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Pricing and welfare implications of payment card network competition

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  • Fumiko Hayashi

Abstract

This paper examines how competition among payment card networks three-party scheme networks and four-party scheme networks affects pricing as well as the welfare of various parties. A competing network has an incentive to provide rewards to its card users. By providing more generous rewards than its rival networks, the network can increase its own card transactions because multihoming cardholders who hold multiple networks cards choose to use its card instead of using its rivals. Although a monopoly network does not have such an incentive, in a monopoly four-party scheme network, competition among card issuers likely makes issuers provide rewards. Due to rewards, the merchant fees under competition can be higher than the merchant fees set by a monopoly network, unless the majority of cardholders are multihoming. Generally, cardholding consumers are better off under network competition. In contrast, non-cardholding consumers are better off only when network competition reduces merchant fees lower than those under monopoly. The results suggest that policies that simply encourage network competition will likely increase cardholder rewards but will not necessarily lower merchant fees in the U.S. payment card market. Several empirical indicators may possibly tell which direction the U.S. payments system needs to go.

Suggested Citation

  • Fumiko Hayashi, 2006. "Pricing and welfare implications of payment card network competition," Payments System Research Working Paper PSR WP 06-03, Federal Reserve Bank of Kansas City.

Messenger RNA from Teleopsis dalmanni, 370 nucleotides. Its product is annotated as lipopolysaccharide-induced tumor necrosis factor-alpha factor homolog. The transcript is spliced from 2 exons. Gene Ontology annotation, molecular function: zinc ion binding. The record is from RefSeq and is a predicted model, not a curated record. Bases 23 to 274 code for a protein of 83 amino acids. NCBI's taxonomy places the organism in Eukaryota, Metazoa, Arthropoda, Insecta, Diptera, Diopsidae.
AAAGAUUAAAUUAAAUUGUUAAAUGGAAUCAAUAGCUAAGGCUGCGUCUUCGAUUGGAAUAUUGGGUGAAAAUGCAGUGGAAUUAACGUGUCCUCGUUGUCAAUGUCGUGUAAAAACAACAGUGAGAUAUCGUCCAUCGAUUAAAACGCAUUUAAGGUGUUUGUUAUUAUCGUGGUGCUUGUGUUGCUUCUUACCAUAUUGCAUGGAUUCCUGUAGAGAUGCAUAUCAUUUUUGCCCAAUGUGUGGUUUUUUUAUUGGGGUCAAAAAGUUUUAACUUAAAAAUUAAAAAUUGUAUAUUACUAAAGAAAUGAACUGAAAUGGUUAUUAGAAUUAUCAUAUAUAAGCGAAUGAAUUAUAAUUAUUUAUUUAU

• Handle: RePEc:fip:fedkpw:psrwp06-03
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    File URL: http://www.kansascityfed.org/PUBLICAT/PSR/RWP/Hayashi_Pricing.pdf
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    References listed on IDEAS

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    1. Graeme Guthrie & Julian Wright, 2003. "Competing Payment Schemes," Departmental Working Papers wp0311, National University of Singapore, Department of Economics.
    2. Jean-Charles Rochet & Jean Tirole, 2014. "Platform Competition in Two-Sided Markets," CPI Journal, Competition Policy International, vol. 10.
    3. Hayashi Fumiko, 2006. "A Puzzle of Card Payment Pricing: Why Are Merchants Still Accepting Card Payments?," Review of Network Economics, De Gruyter, vol. 5(1), pages 1-31, March.
    4. Ching, Andrew T. & Hayashi, Fumiko, 2010. "Payment card rewards programs and consumer payment choice," Journal of Banking & Finance, Elsevier, vol. 34(8), pages 1773-1787, August.
    5. Fabio M. Manenti & Ernesto Somma, 2002. "Plastic Clashes: Competition among Closed and Open Systems in the Credit Card Industry," Industrial Organization 0211012, EconWPA.
    6. Fumiko Hayashi & Stuart E. Weiner, 2006. "Interchange fees in Australia, the UK, and the United States : matching theory and practice," Economic Review, Federal Reserve Bank of Kansas City, issue Q III, pages 75-112.
    7. Chakravorti Sujit & Roson Roberto, 2006. "Platform Competition in Two-Sided Markets: The Case of Payment Networks," Review of Network Economics, De Gruyter, vol. 5(1), pages 1-25, March.
    8. Fumiko Hayashi, 2005. "Network competition and merchant discount fees," Payments System Research Working Paper PSR WP 05-04, Federal Reserve Bank of Kansas City.
    9. Jean-Charles Rochet & Jean Tirole, 2002. "Cooperation Among Competitors: Some Economics Of Payment Card Associations," RAND Journal of Economics, The RAND Corporation, vol. 33(4), pages 549-570, Winter.
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    Cited by:

    1. Fumiko Hayashi, 2008. "The economics of payment card fee structure: what drives payment card rewards?," Research Working Paper RWP 08-07, Federal Reserve Bank of Kansas City.

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    Keywords

    Competition ; Credit cards ; Debit cards ; Payment systems;

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